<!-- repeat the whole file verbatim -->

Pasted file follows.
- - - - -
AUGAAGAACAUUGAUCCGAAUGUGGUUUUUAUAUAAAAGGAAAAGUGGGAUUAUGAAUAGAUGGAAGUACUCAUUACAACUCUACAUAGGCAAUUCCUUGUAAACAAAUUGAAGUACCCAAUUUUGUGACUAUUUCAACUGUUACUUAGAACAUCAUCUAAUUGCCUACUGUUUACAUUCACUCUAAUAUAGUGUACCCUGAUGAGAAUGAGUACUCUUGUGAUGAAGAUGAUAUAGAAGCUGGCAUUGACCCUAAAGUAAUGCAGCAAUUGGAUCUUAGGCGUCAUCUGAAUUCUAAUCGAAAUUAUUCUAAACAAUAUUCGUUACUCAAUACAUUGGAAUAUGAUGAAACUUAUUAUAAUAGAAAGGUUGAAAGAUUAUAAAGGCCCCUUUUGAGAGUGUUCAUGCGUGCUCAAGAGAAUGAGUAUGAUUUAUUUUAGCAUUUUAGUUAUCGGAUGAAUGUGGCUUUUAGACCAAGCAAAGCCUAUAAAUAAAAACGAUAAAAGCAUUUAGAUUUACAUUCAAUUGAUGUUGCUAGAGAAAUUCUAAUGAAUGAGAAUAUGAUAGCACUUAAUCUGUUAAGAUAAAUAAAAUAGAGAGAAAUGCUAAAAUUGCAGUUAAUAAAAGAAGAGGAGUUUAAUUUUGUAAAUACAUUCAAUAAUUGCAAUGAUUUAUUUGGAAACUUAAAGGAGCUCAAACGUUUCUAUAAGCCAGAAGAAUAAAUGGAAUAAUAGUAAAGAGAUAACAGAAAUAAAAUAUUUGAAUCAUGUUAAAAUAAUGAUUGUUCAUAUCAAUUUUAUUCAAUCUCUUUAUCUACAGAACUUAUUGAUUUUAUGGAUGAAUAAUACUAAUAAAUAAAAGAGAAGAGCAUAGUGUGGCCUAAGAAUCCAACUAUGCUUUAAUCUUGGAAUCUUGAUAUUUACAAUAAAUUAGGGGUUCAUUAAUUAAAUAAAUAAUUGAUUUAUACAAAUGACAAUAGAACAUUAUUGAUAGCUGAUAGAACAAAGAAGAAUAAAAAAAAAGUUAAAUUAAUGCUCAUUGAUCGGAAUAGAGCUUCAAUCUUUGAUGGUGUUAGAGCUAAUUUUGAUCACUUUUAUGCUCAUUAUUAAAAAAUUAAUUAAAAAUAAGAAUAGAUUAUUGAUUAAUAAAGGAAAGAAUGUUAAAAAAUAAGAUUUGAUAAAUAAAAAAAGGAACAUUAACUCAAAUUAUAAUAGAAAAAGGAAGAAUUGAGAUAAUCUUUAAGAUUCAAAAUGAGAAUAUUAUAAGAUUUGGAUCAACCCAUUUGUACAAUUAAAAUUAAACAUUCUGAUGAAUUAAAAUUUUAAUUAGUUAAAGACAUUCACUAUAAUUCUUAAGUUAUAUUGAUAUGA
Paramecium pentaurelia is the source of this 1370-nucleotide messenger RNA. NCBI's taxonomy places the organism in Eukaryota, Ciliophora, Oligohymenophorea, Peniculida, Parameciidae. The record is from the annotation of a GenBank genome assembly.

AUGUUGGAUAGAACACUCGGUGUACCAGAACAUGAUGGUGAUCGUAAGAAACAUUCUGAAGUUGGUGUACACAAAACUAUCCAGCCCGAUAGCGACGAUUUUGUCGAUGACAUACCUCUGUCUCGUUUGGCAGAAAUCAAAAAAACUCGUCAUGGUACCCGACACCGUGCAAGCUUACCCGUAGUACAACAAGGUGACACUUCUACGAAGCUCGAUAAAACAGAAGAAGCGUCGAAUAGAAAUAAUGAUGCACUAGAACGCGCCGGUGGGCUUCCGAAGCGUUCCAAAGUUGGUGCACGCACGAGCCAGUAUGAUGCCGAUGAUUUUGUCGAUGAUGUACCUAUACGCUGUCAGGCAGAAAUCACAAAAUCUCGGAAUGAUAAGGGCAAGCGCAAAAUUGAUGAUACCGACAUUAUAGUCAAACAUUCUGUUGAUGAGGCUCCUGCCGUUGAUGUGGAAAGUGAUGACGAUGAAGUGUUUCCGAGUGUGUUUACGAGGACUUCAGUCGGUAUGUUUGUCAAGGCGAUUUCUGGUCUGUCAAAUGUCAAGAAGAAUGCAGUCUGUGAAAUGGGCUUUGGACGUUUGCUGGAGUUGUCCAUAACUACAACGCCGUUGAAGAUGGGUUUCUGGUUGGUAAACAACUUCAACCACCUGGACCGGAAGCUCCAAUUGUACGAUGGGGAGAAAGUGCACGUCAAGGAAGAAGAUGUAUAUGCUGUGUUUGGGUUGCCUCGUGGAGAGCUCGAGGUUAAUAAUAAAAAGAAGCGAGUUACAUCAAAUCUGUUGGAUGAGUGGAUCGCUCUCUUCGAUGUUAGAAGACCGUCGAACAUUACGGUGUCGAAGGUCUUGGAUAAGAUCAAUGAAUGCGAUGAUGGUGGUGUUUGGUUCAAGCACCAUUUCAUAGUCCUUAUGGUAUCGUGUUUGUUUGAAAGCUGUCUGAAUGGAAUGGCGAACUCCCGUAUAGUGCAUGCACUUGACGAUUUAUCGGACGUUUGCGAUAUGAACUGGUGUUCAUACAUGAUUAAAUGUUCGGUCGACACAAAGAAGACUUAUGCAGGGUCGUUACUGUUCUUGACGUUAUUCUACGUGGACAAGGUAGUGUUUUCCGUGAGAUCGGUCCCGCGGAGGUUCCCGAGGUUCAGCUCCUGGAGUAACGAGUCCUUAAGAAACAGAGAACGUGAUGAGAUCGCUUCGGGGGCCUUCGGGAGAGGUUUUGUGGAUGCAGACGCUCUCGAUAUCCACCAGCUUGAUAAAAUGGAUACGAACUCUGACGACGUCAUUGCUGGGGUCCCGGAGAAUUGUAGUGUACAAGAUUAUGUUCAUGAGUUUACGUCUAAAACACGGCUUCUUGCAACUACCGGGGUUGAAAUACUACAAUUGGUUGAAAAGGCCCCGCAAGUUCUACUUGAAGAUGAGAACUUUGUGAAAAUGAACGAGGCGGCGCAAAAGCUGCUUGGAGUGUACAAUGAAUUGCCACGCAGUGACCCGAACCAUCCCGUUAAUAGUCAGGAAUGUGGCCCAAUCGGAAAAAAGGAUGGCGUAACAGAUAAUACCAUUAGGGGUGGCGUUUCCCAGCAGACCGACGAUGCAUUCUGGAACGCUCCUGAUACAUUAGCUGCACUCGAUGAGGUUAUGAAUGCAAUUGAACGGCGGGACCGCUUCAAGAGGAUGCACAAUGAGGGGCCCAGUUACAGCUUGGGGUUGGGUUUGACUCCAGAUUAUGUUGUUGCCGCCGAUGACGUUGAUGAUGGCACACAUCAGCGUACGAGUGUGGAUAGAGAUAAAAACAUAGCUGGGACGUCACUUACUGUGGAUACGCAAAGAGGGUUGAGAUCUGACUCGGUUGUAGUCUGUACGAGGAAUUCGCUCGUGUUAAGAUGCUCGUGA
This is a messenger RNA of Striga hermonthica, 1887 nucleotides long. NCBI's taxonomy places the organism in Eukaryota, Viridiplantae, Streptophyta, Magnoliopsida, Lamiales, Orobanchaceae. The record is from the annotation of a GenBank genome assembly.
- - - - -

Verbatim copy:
AUGAAGAACAUUGAUCCGAAUGUGGUUUUUAUAUAAAAGGAAAAGUGGGAUUAUGAAUAGAUGGAAGUACUCAUUACAACUCUACAUAGGCAAUUCCUUGUAAACAAAUUGAAGUACCCAAUUUUGUGACUAUUUCAACUGUUACUUAGAACAUCAUCUAAUUGCCUACUGUUUACAUUCACUCUAAUAUAGUGUACCCUGAUGAGAAUGAGUACUCUUGUGAUGAAGAUGAUAUAGAAGCUGGCAUUGACCCUAAAGUAAUGCAGCAAUUGGAUCUUAGGCGUCAUCUGAAUUCUAAUCGAAAUUAUUCUAAACAAUAUUCGUUACUCAAUACAUUGGAAUAUGAUGAAACUUAUUAUAAUAGAAAGGUUGAAAGAUUAUAAAGGCCCCUUUUGAGAGUGUUCAUGCGUGCUCAAGAGAAUGAGUAUGAUUUAUUUUAGCAUUUUAGUUAUCGGAUGAAUGUGGCUUUUAGACCAAGCAAAGCCUAUAAAUAAAAACGAUAAAAGCAUUUAGAUUUACAUUCAAUUGAUGUUGCUAGAGAAAUUCUAAUGAAUGAGAAUAUGAUAGCACUUAAUCUGUUAAGAUAAAUAAAAUAGAGAGAAAUGCUAAAAUUGCAGUUAAUAAAAGAAGAGGAGUUUAAUUUUGUAAAUACAUUCAAUAAUUGCAAUGAUUUAUUUGGAAACUUAAAGGAGCUCAAACGUUUCUAUAAGCCAGAAGAAUAAAUGGAAUAAUAGUAAAGAGAUAACAGAAAUAAAAUAUUUGAAUCAUGUUAAAAUAAUGAUUGUUCAUAUCAAUUUUAUUCAAUCUCUUUAUCUACAGAACUUAUUGAUUUUAUGGAUGAAUAAUACUAAUAAAUAAAAGAGAAGAGCAUAGUGUGGCCUAAGAAUCCAACUAUGCUUUAAUCUUGGAAUCUUGAUAUUUACAAUAAAUUAGGGGUUCAUUAAUUAAAUAAAUAAUUGAUUUAUACAAAUGACAAUAGAACAUUAUUGAUAGCUGAUAGAACAAAGAAGAAUAAAAAAAAAGUUAAAUUAAUGCUCAUUGAUCGGAAUAGAGCUUCAAUCUUUGAUGGUGUUAGAGCUAAUUUUGAUCACUUUUAUGCUCAUUAUUAAAAAAUUAAUUAAAAAUAAGAAUAGAUUAUUGAUUAAUAAAGGAAAGAAUGUUAAAAAAUAAGAUUUGAUAAAUAAAAAAAGGAACAUUAACUCAAAUUAUAAUAGAAAAAGGAAGAAUUGAGAUAAUCUUUAAGAUUCAAAAUGAGAAUAUUAUAAGAUUUGGAUCAACCCAUUUGUACAAUUAAAAUUAAACAUUCUGAUGAAUUAAAAUUUUAAUUAGUUAAAGACAUUCACUAUAAUUCUUAAGUUAUAUUGAUAUGA
Paramecium pentaurelia is the source of this 1370-nucleotide messenger RNA. NCBI's taxonomy places the organism in Eukaryota, Ciliophora, Oligohymenophorea, Peniculida, Parameciidae. The record is from the annotation of a GenBank genome assembly.

AUGUUGGAUAGAACACUCGGUGUACCAGAACAUGAUGGUGAUCGUAAGAAACAUUCUGAAGUUGGUGUACACAAAACUAUCCAGCCCGAUAGCGACGAUUUUGUCGAUGACAUACCUCUGUCUCGUUUGGCAGAAAUCAAAAAAACUCGUCAUGGUACCCGACACCGUGCAAGCUUACCCGUAGUACAACAAGGUGACACUUCUACGAAGCUCGAUAAAACAGAAGAAGCGUCGAAUAGAAAUAAUGAUGCACUAGAACGCGCCGGUGGGCUUCCGAAGCGUUCCAAAGUUGGUGCACGCACGAGCCAGUAUGAUGCCGAUGAUUUUGUCGAUGAUGUACCUAUACGCUGUCAGGCAGAAAUCACAAAAUCUCGGAAUGAUAAGGGCAAGCGCAAAAUUGAUGAUACCGACAUUAUAGUCAAACAUUCUGUUGAUGAGGCUCCUGCCGUUGAUGUGGAAAGUGAUGACGAUGAAGUGUUUCCGAGUGUGUUUACGAGGACUUCAGUCGGUAUGUUUGUCAAGGCGAUUUCUGGUCUGUCAAAUGUCAAGAAGAAUGCAGUCUGUGAAAUGGGCUUUGGACGUUUGCUGGAGUUGUCCAUAACUACAACGCCGUUGAAGAUGGGUUUCUGGUUGGUAAACAACUUCAACCACCUGGACCGGAAGCUCCAAUUGUACGAUGGGGAGAAAGUGCACGUCAAGGAAGAAGAUGUAUAUGCUGUGUUUGGGUUGCCUCGUGGAGAGCUCGAGGUUAAUAAUAAAAAGAAGCGAGUUACAUCAAAUCUGUUGGAUGAGUGGAUCGCUCUCUUCGAUGUUAGAAGACCGUCGAACAUUACGGUGUCGAAGGUCUUGGAUAAGAUCAAUGAAUGCGAUGAUGGUGGUGUUUGGUUCAAGCACCAUUUCAUAGUCCUUAUGGUAUCGUGUUUGUUUGAAAGCUGUCUGAAUGGAAUGGCGAACUCCCGUAUAGUGCAUGCACUUGACGAUUUAUCGGACGUUUGCGAUAUGAACUGGUGUUCAUACAUGAUUAAAUGUUCGGUCGACACAAAGAAGACUUAUGCAGGGUCGUUACUGUUCUUGACGUUAUUCUACGUGGACAAGGUAGUGUUUUCCGUGAGAUCGGUCCCGCGGAGGUUCCCGAGGUUCAGCUCCUGGAGUAACGAGUCCUUAAGAAACAGAGAACGUGAUGAGAUCGCUUCGGGGGCCUUCGGGAGAGGUUUUGUGGAUGCAGACGCUCUCGAUAUCCACCAGCUUGAUAAAAUGGAUACGAACUCUGACGACGUCAUUGCUGGGGUCCCGGAGAAUUGUAGUGUACAAGAUUAUGUUCAUGAGUUUACGUCUAAAACACGGCUUCUUGCAACUACCGGGGUUGAAAUACUACAAUUGGUUGAAAAGGCCCCGCAAGUUCUACUUGAAGAUGAGAACUUUGUGAAAAUGAACGAGGCGGCGCAAAAGCUGCUUGGAGUGUACAAUGAAUUGCCACGCAGUGACCCGAACCAUCCCGUUAAUAGUCAGGAAUGUGGCCCAAUCGGAAAAAAGGAUGGCGUAACAGAUAAUACCAUUAGGGGUGGCGUUUCCCAGCAGACCGACGAUGCAUUCUGGAACGCUCCUGAUACAUUAGCUGCACUCGAUGAGGUUAUGAAUGCAAUUGAACGGCGGGACCGCUUCAAGAGGAUGCACAAUGAGGGGCCCAGUUACAGCUUGGGGUUGGGUUUGACUCCAGAUUAUGUUGUUGCCGCCGAUGACGUUGAUGAUGGCACACAUCAGCGUACGAGUGUGGAUAGAGAUAAAAACAUAGCUGGGACGUCACUUACUGUGGAUACGCAAAGAGGGUUGAGAUCUGACUCGGUUGUAGUCUGUACGAGGAAUUCGCUCGUGUUAAGAUGCUCGUGA
This is a messenger RNA of Striga hermonthica, 1887 nucleotides long. NCBI's taxonomy places the organism in Eukaryota, Viridiplantae, Streptophyta, Magnoliopsida, Lamiales, Orobanchaceae. The record is from the annotation of a GenBank genome assembly.